Please note, these stories are for the most part unedited, and do not necessarily represent the FFF’s opinions. They are also not political statements – this is an arena for people to share their thoughts, and I hope we can all give them the space to do so.
The term “traumatic birth” doesn’t really cut it for FFF Sandy, who found herself second-guessing medical decisions because of her guilt over formula feeding. Not that it should EVER matter why someone chose to formula feed, but reading Sandy’s story – and hearing how she was still judged, even after everything she went through – makes you wonder if there is such thing as an acceptable “excuse” for not breastfeeding in the eyes of a judgmental, overzealous, and unfortunately very vocal, few.
So all my friends breastfeed, and when I was pregnant, it was what I was going to do too!. It’s the right thing to do, right? Best for the baby, best for everything. I was all for it and ready. My pregnancy was uneventful, except for the absurd amount of swelling I began to have in my second trimester. My blood pressure remained normal, and my blood work was normal, so no one thought much of it at the time. Then the week my son was due, my BP shot up to 165/90 and it looked like preeclampsia. I had some tests done that week, and on my due date, the doctor sent me to the hospital to be induced. Around 9am, the induction began. My labor was terrible. 12 hours of induced contractions with no dilation. My water broke on its own, but the baby wasn’t going anywhere. Around 9pm, I looked around and quietly stated “Everything is red” and then I turned and saw my BP monitor which was humming at 201/110. It was then I was rushed in for an emergency C. My epidural only took on one side, so I had to be put under. 43 minutes later, my beautiful son was born.
Everything seemed to be ok. I tried breastfeeding and he would latch a little, and let go, but I was determined. The next night, I get a call from the nursery. I’m thinking it’s time to go feed him, but that wasn’t the case. He was being sent to the NICU because of fluid in his lungs and some rapid breathing. Nightmare. So we spent our next few days visiting the NICU and working on breastfeeding. Sometimes it seemed like it worked, sometimes not. Mostly he would just fall asleep. Then his blood work started coming back strangely. His sodium was too low, his electrolytes were off, his red blood count was off. I was still determined, but now I started pumping. I wasn’t going to let him have to go on formula! I was determined to pump forever if I had to. So I pumped and pumped, and was starting to get more and more with each pump but it wasn’t enough. My time was getting short in the hospital and I didn’t want to leave without my baby since he obviously couldn’t leave until his blood work was better. Finally, I accepted using some formula to supplement. He started to improve! So we got into the routine of starting out with whatever I could pump and then topping him off with formula. I could live with that. Unfortunately, I was cleared to go home before he was… So I spent the next two days driving to and from the hospital, and pumping like a crazy person at home. I also didn’t sleep. Whenever I laid down, I couldn’t breathe and felt like I was having a panic attack My mom and I chalked it up to stress and hormones and missing the baby, and I had a doctor’s appointment Friday to check my BP (which was still 150/80) and other routine post-baby things.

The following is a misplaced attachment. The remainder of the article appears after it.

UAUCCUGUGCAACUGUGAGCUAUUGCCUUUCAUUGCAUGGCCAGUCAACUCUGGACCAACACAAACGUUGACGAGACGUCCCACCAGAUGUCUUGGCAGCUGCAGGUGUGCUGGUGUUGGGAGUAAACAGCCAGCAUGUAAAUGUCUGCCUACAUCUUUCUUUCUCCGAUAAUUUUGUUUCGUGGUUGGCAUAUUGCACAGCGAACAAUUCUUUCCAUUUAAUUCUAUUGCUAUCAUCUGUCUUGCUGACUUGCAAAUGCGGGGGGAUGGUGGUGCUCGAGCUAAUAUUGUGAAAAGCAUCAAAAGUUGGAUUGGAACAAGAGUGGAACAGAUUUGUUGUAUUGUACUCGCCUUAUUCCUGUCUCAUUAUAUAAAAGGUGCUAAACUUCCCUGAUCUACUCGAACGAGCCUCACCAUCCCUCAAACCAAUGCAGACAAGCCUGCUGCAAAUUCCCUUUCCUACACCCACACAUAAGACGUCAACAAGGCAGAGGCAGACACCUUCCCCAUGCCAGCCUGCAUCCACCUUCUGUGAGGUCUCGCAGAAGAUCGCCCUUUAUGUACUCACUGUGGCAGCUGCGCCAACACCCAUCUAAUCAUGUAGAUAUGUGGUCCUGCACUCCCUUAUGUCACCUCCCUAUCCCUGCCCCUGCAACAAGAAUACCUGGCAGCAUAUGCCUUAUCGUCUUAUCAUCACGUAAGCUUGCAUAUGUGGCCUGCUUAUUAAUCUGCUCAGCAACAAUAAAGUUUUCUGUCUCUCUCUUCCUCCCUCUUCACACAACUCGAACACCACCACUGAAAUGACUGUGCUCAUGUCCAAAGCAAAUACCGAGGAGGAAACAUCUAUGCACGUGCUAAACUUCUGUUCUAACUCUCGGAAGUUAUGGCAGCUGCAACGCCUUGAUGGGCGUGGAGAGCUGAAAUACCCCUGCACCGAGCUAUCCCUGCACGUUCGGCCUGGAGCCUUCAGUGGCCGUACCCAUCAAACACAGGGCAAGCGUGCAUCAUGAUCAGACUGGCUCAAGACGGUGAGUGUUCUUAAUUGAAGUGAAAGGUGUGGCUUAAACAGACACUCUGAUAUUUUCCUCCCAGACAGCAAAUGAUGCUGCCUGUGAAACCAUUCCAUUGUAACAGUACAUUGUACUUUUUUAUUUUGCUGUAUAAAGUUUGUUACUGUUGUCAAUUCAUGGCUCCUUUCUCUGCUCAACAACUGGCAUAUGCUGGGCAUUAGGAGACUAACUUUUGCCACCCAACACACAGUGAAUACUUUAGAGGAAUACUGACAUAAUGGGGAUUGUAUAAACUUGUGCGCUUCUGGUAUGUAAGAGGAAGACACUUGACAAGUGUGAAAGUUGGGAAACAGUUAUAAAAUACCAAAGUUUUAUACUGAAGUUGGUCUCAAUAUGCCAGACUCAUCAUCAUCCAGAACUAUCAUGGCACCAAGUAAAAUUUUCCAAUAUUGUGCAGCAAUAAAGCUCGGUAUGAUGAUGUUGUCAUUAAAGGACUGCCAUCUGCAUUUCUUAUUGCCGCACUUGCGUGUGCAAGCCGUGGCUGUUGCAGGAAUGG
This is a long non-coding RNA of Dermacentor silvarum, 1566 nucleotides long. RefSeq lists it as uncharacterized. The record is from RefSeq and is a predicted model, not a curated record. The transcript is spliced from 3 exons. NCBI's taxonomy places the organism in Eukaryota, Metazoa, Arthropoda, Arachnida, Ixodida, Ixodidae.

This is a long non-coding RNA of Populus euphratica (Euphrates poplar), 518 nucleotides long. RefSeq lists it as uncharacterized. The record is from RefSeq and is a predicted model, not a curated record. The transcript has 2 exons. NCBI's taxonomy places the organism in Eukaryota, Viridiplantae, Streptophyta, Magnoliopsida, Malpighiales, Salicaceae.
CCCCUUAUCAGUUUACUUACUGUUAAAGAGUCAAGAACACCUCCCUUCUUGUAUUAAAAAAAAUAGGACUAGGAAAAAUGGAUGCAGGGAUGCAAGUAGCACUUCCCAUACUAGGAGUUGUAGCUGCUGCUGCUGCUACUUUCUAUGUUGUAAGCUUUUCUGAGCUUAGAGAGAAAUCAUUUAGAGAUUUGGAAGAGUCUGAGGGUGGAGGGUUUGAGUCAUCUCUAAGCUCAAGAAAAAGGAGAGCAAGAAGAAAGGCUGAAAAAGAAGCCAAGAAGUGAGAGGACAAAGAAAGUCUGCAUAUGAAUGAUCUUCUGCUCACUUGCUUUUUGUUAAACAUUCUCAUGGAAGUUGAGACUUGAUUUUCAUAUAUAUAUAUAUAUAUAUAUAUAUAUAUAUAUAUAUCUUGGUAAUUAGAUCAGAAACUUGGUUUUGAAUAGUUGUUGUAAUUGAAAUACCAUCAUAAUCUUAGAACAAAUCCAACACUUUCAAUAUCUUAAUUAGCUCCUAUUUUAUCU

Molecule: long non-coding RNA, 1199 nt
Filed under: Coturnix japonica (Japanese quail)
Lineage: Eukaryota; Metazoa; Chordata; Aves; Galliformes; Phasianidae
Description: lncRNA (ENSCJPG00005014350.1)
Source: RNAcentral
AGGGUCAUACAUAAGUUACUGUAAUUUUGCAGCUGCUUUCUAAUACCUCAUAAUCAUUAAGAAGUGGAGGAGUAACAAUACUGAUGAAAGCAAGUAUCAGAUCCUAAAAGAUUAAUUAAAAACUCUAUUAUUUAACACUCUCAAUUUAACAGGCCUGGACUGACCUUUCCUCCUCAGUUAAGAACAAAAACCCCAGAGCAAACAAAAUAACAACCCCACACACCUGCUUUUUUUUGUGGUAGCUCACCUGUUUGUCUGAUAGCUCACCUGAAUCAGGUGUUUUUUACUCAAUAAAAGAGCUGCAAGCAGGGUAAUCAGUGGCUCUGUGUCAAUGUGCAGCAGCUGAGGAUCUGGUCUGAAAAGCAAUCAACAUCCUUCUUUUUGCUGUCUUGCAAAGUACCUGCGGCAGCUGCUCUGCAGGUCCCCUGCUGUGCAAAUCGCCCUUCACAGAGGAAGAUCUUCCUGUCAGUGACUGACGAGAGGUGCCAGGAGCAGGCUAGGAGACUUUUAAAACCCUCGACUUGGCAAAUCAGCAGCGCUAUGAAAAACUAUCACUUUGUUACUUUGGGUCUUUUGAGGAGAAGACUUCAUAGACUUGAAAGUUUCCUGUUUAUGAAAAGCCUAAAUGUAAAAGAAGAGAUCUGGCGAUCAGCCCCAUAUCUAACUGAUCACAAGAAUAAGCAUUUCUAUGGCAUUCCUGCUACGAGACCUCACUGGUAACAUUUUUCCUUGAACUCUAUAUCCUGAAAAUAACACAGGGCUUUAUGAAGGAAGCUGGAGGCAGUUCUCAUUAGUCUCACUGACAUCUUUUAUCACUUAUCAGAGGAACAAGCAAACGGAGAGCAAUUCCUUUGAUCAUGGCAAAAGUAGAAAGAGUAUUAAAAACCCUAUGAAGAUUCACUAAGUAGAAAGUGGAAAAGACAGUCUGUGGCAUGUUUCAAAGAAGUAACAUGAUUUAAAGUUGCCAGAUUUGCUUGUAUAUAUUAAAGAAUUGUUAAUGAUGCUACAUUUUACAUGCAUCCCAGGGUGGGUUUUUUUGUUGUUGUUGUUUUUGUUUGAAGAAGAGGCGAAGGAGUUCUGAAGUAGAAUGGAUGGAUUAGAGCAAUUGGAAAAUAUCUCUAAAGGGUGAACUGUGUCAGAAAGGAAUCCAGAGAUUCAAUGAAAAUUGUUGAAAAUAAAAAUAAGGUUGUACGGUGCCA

I arrive at my appointment and the doctor looks at my ankles and we see that none of my swelling has gone down. She takes my BP which is now 180/100… I am promptly sent back to the hospital and admitted to the cardiac ward (at 33) with heart failure and pulmonary hypertension due to the massive amounts of fluid my body is refusing to let go of. The cardiologist gives me two options: They can aggressively treat or not. Aggressive treatment will NOT allow me to breastfeed because of the levels and types of medications. If they do not treat me in that manner, I can still breastfeed, but they are unsure of my recovery time. I must have been a moron, but I actually was thinking about the latter until I realized a dead mother cannot take care of her baby. A dead mother was not an option. I went with the aggressive treatments.
Over 3 days, I lose 40 pounds of fluid. I also pumped and pumped still because there was nothing else to do and I needed some relief from the huge amounts of milk I was producing. And I cried and cried as I dumped it all down the drain. My “poison milk” as I called it. My baby went home 4 days before I did. Breast feeding was no longer an option.
6 months later, I am only on one medicine for my blood pressure, and have my breathing and everything else back under control. My baby is drinking formula and started solid foods earlier than is “healthy” according to my breastfeeding friends. But he is happy and healthy at 19+ pounds and has been sleeping 11 hours a night since he was 2 and a half months old. He’s big and strong and beautiful. My husband loves being able to be a part of feeding time, as does my family. Formula has been great and I am all for the mothers who can’t/don’t breastfeed.
Some of my breast feeding friends and the advocates still look at me with a bit of a self-righteous air about my “choice,” even knowing that I was ill after he was born. I guess they just don’t understand. I guess they don’t know that I still cry about having to make that decision; how it still hurts my heart sometimes that I wasn’t able to give my baby what I thought was best. But no, I did give him what was best. I made sure that he would still have a mommy to give him that bottle, formula or breast milk.
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